Of course we should get rid of the gun show loophole. What are we, stupid? Do we want somebody to be able to sell a gun to a person with a violent criminal record? How about a person with a lifelong history of psychotic episodes? What the hell, how about a terrorist? Really? Who would defend not wanting to come up with a way of getting at least a cursory check on a gun buyer?
We shouldn’t care who, what or how the gun violence epidemic in America is brought under control. We'd like it to be part of a bipartisan compromise hammered out by Democrats and Republicans alike, from both chambers and both branches of government.
- Rick Sanchez
The answer is pretty simple: Eight percent of all Americans and 13 percent of all Republicans — that’s who.
That’s right, according to the latest poll conducted by CBS News and the New York Times, the vast majority of Americans want background checks for anyone buying a gun. Ninety-two percent say yes and 87 percent of Republicans concur.
So when the White House announces that it’s seeking to expand background checks for all buyers, you would think the reaction would be that "it’s about time," right? The measure simply clarifies that anyone "in the business of selling firearms" must register as licensed gun dealers, effectively narrowing the so-called "gun show loophole," which exempts most small sellers from keeping formal sales records.
Don’t believe the naysayers who maintain that reality isn’t real. The gun show loophole – also known as the private sales loophole – is real! In fact, at least one study conducted by Harvard University has found that as many 40 percent of guns sold or transferred in America are conducted without a background check.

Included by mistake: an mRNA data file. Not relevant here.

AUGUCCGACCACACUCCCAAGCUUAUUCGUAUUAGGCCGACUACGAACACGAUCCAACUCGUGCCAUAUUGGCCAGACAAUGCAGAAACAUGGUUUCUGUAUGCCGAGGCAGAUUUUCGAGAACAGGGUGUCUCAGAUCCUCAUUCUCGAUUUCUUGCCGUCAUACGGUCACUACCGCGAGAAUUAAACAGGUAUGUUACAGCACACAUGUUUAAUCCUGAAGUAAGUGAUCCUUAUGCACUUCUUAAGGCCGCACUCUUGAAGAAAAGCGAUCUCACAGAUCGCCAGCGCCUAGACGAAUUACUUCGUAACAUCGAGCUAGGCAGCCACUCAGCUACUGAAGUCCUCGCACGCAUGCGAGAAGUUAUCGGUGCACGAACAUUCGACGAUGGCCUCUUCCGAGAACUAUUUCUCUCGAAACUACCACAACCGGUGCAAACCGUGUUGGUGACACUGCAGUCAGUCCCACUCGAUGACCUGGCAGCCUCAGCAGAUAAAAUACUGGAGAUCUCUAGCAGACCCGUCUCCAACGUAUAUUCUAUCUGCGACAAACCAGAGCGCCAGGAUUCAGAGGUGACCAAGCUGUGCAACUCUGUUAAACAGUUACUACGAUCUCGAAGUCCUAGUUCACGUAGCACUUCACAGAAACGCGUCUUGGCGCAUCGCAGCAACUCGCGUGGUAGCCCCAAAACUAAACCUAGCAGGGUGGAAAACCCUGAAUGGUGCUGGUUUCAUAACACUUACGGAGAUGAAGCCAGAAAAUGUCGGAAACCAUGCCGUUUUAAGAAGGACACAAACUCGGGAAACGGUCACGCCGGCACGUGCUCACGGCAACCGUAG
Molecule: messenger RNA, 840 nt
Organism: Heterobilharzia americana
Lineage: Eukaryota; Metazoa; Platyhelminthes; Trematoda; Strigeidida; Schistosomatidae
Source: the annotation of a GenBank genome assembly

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Problem? Of course! Should we be looking for a solution? Of course! But today in America, problems don’t require solutions. It simply requires political posturing.
Even Republicans – like House Speaker Paul Ryan, who is on the record on many occasions stating that “we should find a way to close the gun show loophole” – is now doing an about-face. His reaction to President Obama’s suggestion to close the loophole sounds, at least on its face, like a complete capitulation of his earlier position. Ryan accuses the president of “undermining liberty.”
If Ryan’s suggestion is that both branches of government should make a decision this monumental, then I say he’s right. We don’t want the president issuing this type of executive action, which smacks of one-sided bullying. But you know what else we don’t want? We don’t want a congress that agrees we have a gun violence problem in America, but doesn’t have the guts to do anything about it.
Frankly, we shouldn’t care who, what or how the gun violence epidemic in America is brought under control. We'd like it to be part of a bipartisan compromise hammered out by Democrats and Republicans alike from both chambers and both branches of government. However, short of that — like the Nike campaign says, “Just do it.”